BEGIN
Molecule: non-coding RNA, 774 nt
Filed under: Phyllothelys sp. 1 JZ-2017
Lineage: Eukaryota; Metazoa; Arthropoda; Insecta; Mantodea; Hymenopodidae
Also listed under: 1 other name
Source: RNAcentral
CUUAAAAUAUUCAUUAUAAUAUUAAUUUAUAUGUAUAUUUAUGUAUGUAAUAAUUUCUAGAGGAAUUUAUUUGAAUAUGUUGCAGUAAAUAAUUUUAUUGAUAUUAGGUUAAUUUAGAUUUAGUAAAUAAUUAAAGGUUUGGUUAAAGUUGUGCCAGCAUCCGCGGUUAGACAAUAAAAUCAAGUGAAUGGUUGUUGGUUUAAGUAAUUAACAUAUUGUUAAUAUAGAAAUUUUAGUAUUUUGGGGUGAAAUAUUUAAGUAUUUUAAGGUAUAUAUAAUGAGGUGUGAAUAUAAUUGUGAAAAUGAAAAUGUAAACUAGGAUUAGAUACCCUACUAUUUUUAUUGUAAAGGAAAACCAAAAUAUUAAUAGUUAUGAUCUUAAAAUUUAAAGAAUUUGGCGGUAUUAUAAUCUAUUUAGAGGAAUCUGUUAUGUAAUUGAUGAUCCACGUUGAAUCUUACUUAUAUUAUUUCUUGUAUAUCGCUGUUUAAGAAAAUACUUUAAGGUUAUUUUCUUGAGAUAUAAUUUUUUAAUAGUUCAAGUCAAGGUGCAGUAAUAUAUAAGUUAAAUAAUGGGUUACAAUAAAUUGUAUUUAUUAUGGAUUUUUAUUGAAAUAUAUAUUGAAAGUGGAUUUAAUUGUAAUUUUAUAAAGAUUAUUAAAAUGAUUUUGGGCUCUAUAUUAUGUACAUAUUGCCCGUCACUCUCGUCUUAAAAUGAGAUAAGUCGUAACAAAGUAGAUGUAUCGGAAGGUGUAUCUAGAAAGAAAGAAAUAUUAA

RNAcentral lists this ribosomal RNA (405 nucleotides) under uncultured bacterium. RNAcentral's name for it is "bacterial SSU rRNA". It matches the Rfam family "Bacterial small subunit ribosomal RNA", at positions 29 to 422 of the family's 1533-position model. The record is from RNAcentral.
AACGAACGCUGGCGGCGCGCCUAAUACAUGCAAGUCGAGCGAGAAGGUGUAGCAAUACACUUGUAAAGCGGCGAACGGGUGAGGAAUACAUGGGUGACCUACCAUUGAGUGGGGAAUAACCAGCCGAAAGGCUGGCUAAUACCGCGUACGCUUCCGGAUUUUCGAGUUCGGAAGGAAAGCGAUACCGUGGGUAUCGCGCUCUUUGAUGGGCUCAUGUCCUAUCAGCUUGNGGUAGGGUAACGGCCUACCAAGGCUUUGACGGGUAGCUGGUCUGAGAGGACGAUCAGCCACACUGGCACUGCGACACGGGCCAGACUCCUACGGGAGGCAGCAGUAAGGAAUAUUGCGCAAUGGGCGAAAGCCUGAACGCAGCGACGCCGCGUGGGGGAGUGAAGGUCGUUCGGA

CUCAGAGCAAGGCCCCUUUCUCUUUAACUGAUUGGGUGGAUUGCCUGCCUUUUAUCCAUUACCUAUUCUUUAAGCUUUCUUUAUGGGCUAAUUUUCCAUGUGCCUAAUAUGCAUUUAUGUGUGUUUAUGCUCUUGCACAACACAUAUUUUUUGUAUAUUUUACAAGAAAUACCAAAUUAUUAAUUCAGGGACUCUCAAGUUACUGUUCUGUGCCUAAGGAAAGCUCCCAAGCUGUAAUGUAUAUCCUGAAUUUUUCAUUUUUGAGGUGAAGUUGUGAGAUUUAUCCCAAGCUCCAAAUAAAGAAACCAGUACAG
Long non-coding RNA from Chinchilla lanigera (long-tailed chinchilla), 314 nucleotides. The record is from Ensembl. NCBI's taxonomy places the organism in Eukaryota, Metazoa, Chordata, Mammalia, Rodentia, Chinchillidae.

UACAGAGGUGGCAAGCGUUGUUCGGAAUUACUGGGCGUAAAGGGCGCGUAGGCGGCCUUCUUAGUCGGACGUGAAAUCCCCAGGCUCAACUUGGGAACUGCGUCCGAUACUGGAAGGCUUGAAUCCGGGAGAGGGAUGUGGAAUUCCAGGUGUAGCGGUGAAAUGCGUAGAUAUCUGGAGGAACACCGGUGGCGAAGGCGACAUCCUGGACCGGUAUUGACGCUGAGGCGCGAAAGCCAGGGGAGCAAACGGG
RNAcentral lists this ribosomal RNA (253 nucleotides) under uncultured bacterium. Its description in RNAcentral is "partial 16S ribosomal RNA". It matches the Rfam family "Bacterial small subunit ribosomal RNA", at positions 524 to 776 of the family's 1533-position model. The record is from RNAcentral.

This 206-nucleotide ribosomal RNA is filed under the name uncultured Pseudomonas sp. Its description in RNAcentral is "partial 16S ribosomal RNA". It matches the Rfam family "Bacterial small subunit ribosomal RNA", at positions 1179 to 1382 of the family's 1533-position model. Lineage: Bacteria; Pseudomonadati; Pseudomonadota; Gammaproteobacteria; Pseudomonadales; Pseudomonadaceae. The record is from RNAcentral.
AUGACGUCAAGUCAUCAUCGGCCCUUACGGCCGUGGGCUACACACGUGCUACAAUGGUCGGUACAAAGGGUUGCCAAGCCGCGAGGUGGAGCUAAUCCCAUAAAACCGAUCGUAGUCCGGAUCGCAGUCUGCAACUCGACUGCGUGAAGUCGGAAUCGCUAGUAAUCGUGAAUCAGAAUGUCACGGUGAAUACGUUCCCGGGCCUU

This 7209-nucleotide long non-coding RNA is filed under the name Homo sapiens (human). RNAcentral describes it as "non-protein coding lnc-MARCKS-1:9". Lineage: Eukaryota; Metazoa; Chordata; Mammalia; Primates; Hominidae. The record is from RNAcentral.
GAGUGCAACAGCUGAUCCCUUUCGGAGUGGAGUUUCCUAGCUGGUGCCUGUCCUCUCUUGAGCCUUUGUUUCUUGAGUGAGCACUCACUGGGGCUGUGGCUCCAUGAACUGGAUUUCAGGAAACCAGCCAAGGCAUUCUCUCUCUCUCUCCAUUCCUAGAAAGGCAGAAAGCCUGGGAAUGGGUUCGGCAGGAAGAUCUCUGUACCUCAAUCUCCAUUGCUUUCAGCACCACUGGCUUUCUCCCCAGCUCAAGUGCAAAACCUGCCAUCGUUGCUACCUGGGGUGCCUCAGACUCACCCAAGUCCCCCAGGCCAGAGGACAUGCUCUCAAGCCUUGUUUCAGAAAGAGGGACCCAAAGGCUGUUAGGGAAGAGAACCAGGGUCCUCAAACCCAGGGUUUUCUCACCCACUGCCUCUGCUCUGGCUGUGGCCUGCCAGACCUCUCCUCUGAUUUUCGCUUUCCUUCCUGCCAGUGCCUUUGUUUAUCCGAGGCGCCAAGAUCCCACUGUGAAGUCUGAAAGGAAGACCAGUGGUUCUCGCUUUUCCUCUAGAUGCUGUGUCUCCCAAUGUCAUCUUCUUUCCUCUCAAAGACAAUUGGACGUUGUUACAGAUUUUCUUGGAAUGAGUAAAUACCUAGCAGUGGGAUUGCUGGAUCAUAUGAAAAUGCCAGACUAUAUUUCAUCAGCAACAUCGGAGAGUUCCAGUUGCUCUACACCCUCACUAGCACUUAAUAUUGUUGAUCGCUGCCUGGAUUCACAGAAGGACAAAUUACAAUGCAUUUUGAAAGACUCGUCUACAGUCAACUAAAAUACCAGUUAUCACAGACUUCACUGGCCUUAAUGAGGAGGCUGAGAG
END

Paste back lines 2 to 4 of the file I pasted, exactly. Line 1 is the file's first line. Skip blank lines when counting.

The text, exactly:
Filed under: Phyllothelys sp. 1 JZ-2017
Lineage: Eukaryota; Metazoa; Arthropoda; Insecta; Mantodea; Hymenopodidae
Also listed under: 1 other name